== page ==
Letter: Boats of war

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Sir: Leonard Reynolds' account of the wartime activities of Motor Torpedo Boats and Motor Gun Boats in Historical Notes ("Dog boats in the battle of the narrow seas", 7 December) took me back to my treasured copy of The Battle of the Narrow Seas (Country Life, 1945) written by Lt-Cdr Peter Scott (artist son of Scott of the Antarctic and later to become famous for his prowess in sailing and gliding and as the founder of the Slimbridge bird sanctuary) as a history of the Light Coastal Forces in the Channel and North Sea, 1939-1945.

Scott was himself a Coastal Forces "ace" and commanded a flotilla of steam gunboats (SGBs) which were just long enough to have names (appropriately, Scott's own boat was Grey Goose) and which saw action for the first time as part of the naval force for the Dieppe raid in August 1942. The book is graced by his own pen and ink drawings and portraits of fellow officers as well as colour reproductions of some of his wartime watercolour paintings.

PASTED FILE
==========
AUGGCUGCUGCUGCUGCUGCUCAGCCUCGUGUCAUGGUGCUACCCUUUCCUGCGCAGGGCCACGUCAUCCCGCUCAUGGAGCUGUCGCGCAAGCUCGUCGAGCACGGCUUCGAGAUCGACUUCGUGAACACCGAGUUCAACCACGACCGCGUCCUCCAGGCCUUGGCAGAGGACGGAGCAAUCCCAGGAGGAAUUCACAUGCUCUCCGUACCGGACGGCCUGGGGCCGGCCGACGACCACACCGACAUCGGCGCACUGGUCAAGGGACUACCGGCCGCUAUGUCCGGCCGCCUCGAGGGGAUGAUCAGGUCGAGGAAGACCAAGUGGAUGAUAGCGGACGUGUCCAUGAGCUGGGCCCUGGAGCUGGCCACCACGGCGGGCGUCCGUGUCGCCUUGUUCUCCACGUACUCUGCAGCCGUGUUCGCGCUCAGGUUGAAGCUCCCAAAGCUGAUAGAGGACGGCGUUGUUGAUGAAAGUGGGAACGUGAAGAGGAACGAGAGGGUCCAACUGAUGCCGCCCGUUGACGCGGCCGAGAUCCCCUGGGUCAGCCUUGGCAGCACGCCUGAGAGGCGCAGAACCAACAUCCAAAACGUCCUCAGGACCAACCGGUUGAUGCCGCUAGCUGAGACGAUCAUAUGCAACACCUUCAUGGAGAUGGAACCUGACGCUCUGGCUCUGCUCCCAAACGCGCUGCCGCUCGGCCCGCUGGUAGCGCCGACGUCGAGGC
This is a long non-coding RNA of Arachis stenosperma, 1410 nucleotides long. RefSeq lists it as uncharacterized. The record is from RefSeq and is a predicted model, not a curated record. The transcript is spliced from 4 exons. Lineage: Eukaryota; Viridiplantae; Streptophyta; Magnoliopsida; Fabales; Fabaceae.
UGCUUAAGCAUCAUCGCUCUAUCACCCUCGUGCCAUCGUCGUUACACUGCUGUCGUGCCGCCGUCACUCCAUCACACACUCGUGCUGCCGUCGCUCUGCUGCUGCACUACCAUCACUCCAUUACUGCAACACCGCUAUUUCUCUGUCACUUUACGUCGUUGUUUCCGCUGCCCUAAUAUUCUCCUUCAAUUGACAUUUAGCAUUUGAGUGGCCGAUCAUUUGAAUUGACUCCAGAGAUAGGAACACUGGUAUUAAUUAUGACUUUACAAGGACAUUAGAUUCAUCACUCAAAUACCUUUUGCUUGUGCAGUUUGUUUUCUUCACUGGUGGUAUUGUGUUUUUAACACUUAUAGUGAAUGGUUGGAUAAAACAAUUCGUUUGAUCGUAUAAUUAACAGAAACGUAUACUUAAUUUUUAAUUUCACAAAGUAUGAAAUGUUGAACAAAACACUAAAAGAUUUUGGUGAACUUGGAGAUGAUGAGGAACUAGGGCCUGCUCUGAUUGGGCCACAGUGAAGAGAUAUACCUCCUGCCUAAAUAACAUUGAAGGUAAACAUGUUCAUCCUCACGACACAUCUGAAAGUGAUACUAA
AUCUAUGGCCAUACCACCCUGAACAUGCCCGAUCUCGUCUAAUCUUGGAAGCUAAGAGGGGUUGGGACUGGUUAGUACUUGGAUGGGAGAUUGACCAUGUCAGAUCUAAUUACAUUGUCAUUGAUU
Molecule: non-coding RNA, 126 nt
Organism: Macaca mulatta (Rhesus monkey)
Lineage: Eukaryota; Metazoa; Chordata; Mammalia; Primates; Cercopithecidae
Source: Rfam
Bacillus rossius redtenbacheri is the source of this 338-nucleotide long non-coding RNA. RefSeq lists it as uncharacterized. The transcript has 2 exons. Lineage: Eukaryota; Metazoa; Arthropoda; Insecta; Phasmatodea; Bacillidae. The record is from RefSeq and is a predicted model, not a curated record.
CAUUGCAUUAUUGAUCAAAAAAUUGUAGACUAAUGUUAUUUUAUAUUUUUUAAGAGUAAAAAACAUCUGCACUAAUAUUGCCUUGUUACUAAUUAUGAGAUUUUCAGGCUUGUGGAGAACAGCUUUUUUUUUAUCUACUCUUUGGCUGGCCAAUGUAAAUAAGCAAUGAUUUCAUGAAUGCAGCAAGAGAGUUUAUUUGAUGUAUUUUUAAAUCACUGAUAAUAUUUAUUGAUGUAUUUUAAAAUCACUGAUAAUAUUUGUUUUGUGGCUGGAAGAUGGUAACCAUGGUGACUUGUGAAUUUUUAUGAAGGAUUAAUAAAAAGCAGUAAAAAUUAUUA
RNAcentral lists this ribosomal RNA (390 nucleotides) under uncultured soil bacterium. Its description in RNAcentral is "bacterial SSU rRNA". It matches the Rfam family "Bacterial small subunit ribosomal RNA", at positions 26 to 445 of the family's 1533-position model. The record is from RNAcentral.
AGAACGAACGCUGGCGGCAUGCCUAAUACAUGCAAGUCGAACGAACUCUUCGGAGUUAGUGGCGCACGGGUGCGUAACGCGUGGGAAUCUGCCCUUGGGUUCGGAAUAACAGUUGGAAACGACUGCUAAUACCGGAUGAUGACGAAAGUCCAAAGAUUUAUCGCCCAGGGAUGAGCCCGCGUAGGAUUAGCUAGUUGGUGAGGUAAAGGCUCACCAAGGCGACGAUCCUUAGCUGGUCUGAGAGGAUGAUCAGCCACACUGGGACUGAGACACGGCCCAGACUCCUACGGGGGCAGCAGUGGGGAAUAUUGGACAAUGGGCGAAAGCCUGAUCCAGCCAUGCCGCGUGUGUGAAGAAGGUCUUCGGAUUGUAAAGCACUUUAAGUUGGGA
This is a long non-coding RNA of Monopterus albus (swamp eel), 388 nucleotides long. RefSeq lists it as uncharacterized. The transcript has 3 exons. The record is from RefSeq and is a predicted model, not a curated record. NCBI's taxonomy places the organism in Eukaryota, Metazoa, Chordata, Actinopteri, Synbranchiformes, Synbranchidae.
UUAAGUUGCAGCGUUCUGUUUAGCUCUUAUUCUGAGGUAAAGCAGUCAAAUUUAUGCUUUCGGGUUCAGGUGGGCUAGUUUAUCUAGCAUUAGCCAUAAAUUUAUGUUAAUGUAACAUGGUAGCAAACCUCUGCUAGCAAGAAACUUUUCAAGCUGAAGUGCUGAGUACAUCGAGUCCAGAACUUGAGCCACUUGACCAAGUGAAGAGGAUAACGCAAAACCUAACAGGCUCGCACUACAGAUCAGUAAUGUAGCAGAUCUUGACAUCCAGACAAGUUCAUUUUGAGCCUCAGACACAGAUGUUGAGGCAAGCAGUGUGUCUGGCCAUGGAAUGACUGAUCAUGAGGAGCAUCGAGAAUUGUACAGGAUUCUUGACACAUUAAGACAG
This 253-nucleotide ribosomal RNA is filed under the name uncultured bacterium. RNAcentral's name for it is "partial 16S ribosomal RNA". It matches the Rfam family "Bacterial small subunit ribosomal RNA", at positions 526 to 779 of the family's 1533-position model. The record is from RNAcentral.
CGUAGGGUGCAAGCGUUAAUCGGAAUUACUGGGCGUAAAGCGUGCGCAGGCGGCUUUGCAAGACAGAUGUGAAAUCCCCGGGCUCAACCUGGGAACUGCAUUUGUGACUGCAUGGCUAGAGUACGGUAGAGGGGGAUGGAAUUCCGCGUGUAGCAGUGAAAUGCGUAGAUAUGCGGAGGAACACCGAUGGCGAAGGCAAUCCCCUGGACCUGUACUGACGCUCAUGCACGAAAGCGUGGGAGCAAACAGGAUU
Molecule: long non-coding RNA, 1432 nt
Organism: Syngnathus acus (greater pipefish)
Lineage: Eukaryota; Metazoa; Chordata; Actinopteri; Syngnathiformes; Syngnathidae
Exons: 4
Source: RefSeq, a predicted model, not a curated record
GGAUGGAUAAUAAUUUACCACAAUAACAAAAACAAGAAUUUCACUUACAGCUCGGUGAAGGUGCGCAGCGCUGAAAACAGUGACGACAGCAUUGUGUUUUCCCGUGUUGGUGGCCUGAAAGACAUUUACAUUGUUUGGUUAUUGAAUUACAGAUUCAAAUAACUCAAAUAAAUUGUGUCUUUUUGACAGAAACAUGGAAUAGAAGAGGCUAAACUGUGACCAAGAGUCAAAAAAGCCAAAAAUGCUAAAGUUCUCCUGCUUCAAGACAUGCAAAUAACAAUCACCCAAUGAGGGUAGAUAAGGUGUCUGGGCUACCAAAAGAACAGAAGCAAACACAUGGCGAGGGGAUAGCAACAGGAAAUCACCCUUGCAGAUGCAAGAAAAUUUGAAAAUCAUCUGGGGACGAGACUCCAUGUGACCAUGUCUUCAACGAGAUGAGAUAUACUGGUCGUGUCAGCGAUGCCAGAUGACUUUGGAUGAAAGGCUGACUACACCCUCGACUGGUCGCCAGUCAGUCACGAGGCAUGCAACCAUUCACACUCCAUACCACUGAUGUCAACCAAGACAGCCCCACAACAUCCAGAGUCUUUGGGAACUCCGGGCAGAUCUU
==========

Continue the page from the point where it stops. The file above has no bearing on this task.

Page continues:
Scott makes the point, however, that by March 1944 "the concept of a dual-purpose boat had become universal in Coastal Forces. The distinction between MTB and MGB had been almost entirely removed, all newly constructed boats [being] fitted with torpedoes and guns, and a torpedo armament was added to all but a very few of the oldest MGBs". With only a few exceptions, the official title "MGB" was replaced by "MTB" although "a small number of the oldest D-class boats changed their title but were not converted and found themselves in an anomalous position as MTBs without torpedoes".